In my previous post I described about the text featurization using MicrosoftML.
In this post, I show you a brief introduction for the anomaly detection with MicrosoftML.
Note : As I mentioned in the previous post, MicrosoftML is now available in Windows only (not Linux including the Spark cluster). Sorry, but please wait for the update.
MicrosoftML provides the function of one class support vector machines (OC-SVM) named
rxOneClassSvm, which is used for the unbalanced binary classification. This function is the unsupervised learner, i.e., it doesn’t need to know about the possible anomalies in the training phase. (The only normal data is used for the training, and it’s separated by the optimal hyperplane while it’s mapped into the high dimensional space.)
First I show you a brief example of this function for your understanding as follows.
library(MicrosoftML) # train data with normal data train_count <- 500 ndivall <- rnorm(train_count) ndivnorm <- (ndivall - min(ndivall))/(max(ndivall) - min(ndivall)) traindata <- data.frame(AvailableMemory = round(200 * ndivnorm, digits = 2)) ndivall <- rnorm(train_count) ndivnorm <- (ndivall - min(ndivall))/(max(ndivall) - min(ndivall)) traindata$DiskIO <- round(100 * ndivnorm, digits = 2) # test data with some anomaly data test_count <- 10 ndivall <- rnorm(test_count) ndivnorm <- (ndivall - min(ndivall))/(max(ndivall) - min(ndivall)) testdata <- data.frame(AvailableMemory = round(200 * ndivnorm, digits = 2)) ndivall <- rnorm(test_count) ndivnorm <- (ndivall - min(ndivall))/(max(ndivall) - min(ndivall)) testdata$DiskIO <- round(100 * ndivnorm, digits = 2) testdata$AvailableMemory[c(3,7)] <- c(100, 0) testdata$DiskIO[c(3,7)] <- c(150, 120) # train by OC-SVM with normal data model <- rxOneClassSvm( formula = ~AvailableMemory + DiskIO, data = traindata) # predict result <- rxPredict( model, data = testdata, extraVarsToWrite = c("AvailableMemory", "DiskIO"))
As you can see, the row #3 and #7 in the test data is the outlier.
The following illustrates the data map including the normal data by the blue dot and this outlier data by the red dot.
The following is the result. The outlier data in row #3 and #7 are scored as follows.
Let’s see the real scenario.
Here I use the “Breast Cancer Wisconsin Data Set” (see here). This data is including id of patient, the diagnosis result of disease (M = malignant, B = benign), and a lot of attributes which are computed from a digitized image of a breast mass (radius, texture, perimeter, etc). This sample is having high dimensions.
This dataset is well-formed for the analysis purpose, but in the real application you must do some works before training like selecting appropriate attributes, vectorizing, data cleaning, eliminating dependencies, etc.
8510426, B, 13.54, 14.36, 87.46, ... 8510653, B, 13.08, 15.71, 85.63, ... 8510824, B, 9.504, 12.44, 60.34, ... ...
Here I train and predict with the following steps.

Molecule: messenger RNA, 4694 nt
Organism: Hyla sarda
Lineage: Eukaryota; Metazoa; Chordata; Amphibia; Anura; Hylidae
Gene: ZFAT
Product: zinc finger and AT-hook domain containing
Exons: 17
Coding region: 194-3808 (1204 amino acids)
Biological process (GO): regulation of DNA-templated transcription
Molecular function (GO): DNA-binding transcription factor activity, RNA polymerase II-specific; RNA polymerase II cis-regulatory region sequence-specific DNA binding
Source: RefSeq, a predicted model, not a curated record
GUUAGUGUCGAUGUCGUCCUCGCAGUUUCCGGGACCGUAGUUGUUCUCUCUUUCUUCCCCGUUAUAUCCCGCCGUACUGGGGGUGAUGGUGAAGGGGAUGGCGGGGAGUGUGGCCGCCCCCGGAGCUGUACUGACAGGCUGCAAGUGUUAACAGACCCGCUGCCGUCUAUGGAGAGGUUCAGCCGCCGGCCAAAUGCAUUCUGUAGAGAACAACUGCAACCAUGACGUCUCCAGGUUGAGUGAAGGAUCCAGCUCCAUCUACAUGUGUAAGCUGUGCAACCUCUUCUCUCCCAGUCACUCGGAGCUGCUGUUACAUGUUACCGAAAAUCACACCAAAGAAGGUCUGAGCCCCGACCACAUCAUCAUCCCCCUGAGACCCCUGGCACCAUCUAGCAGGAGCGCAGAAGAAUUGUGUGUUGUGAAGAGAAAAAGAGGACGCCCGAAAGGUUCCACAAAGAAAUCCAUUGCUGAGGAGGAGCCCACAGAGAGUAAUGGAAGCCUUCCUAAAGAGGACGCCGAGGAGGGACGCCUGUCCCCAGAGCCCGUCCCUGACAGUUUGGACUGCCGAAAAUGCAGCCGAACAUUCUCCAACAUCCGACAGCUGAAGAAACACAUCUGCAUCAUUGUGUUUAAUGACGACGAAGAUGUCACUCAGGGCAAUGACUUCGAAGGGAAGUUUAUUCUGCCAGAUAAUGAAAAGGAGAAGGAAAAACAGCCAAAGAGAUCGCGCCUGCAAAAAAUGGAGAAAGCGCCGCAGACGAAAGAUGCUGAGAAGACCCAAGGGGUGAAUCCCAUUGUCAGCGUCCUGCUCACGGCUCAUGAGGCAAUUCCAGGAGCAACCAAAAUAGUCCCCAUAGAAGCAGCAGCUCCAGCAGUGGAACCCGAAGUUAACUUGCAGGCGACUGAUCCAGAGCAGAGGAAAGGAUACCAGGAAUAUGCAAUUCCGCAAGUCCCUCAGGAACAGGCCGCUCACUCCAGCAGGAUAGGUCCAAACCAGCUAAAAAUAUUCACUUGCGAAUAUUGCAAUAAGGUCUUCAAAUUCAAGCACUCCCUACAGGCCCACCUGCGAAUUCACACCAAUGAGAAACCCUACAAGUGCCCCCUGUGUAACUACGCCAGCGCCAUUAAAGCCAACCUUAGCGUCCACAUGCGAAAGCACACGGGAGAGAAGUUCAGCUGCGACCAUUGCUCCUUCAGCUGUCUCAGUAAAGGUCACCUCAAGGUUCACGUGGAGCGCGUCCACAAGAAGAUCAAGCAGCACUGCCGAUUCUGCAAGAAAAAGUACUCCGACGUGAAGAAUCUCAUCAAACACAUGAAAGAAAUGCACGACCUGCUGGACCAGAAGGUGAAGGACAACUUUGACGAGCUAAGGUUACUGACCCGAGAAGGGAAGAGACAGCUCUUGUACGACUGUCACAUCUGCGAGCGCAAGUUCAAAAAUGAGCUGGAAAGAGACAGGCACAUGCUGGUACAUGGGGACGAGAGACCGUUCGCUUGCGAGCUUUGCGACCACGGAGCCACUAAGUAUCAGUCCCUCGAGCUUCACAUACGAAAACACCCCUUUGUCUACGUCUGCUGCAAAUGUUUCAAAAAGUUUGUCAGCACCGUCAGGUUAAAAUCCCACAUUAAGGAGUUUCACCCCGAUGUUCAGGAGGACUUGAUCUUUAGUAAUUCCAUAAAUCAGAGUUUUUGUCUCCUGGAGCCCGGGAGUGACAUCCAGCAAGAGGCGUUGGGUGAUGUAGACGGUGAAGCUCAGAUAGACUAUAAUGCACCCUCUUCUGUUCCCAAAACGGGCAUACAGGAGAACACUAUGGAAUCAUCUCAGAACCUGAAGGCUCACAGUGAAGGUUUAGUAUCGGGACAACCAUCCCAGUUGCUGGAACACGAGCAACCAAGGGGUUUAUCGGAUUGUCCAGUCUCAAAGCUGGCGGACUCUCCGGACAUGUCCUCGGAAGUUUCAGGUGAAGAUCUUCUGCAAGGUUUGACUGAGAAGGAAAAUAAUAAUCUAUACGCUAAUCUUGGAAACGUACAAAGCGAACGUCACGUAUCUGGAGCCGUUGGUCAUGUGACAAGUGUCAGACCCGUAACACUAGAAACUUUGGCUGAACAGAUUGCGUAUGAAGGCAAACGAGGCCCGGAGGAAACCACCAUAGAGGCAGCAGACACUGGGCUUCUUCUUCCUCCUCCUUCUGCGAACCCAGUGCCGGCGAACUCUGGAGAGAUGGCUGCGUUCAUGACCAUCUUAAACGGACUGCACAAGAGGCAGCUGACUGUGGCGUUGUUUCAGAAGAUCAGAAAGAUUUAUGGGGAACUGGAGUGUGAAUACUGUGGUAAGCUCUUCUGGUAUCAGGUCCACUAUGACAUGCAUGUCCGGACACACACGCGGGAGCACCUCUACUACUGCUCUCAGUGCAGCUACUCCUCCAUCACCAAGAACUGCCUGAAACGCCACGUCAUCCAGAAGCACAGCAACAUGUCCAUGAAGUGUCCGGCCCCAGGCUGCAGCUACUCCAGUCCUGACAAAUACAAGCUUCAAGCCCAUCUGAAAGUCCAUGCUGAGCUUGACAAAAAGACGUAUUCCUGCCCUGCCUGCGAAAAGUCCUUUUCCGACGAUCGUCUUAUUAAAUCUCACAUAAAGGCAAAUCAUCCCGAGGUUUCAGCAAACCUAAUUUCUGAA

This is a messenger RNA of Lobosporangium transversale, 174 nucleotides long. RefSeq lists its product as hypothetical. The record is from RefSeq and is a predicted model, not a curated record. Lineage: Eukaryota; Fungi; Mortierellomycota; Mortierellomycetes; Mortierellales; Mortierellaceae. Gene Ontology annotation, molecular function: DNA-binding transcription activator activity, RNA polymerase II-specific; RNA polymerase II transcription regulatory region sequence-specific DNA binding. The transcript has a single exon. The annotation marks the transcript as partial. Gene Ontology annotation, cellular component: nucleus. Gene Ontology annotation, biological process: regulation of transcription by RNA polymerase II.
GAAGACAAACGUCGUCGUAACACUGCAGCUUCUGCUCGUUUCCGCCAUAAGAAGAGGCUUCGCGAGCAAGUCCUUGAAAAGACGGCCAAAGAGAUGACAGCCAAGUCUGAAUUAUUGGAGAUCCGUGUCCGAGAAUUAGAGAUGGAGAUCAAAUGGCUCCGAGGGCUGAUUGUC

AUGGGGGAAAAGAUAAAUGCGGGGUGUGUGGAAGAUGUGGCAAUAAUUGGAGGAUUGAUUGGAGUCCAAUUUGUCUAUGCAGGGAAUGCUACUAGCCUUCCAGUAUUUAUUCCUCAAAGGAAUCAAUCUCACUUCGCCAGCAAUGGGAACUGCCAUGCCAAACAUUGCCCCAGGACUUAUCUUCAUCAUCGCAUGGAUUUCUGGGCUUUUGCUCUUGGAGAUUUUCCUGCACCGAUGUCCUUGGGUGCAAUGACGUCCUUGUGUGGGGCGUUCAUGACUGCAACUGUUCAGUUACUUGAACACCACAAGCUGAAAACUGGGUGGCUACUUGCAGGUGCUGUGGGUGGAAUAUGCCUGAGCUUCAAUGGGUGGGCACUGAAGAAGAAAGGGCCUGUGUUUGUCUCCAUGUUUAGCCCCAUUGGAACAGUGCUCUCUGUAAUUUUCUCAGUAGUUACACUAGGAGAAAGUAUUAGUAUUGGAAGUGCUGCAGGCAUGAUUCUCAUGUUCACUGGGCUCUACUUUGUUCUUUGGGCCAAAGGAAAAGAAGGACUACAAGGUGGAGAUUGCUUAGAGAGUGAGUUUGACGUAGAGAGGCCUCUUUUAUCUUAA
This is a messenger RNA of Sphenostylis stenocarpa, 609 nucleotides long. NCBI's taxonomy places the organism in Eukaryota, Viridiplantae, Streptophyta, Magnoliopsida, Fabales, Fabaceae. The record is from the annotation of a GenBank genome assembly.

- Split the original data into the training purpose and testing purpose.
- Create the trained model by
rxOneClassSvmwith the training data. We use all the attributes except for the patient id and the result (‘M’ or ‘B’) for training.
- Predict by the generated model with test data, and evaluate the results. (Here I use ROCR package.)
This programming example is here :
library("MicrosoftML") library("ROCR") # read data alldata <- read.csv( "C:\tmp\wdbc.data", col.names=c( "patientid", "outcome", "radius_mean", "texture_mean", "perimeter_mean", "area_mean", "smoothness_mean", "compactness_mean", "concavity_mean", "concavepoints_mean", "symmetry_mean", "fractaldimension_mean", "radius_error", "texture_error", "perimeter_error", "area_error", "smoothness_error", "compactness_error", "concavity_error", "concavepoints_error", "symmetry_error", "fractaldimension_error", "radius_worst", "texture_worst", "perimeter_worst", "area_worst", "smoothness_worst", "compactness_worst", "concavity_worst", "concavepoints_worst", "symmetry_worst", "fractaldimension_worst")) # split data # (Note that all training data must be normal data) traindata <- alldata[1:449,] traindata <- traindata[traindata$outcome=="B",] traindata <- traindata[,!(names(traindata) %in% c("patientid", "outcome"))] testdata <- alldata[450:568,] # train by OC-SVM with normal data model <- rxOneClassSvm( formula = ~ ., data = traindata) # predict using the trained model result <- rxPredict( model, data = testdata, extraVarsToWrite = c("outcome")) # evaluate results (compare with the diagnosis results) and plot pred <- prediction( predictions = result$Score, labels = result$outcome, label.ordering = c('B', 'M')) roc.perf = performance( pred, measure = "tpr", x.measure = "fpr") plot(roc.perf)
The following is the result plotted by ROCR. The result seems to fairly match the diagnosis results.
rxOneClassSvm uses the radial basis (RBF) as the SVM kernel function by default. For more complex cases, you can specify other kernel functions (linear, polynomial, sigmoid) with appropriate parameters.
model <- rxOneClassSvm( formula = ~TestAttr1 + TestAttr2, kernel = polynomialKernel(a = .2, deg = 2), data = traindata)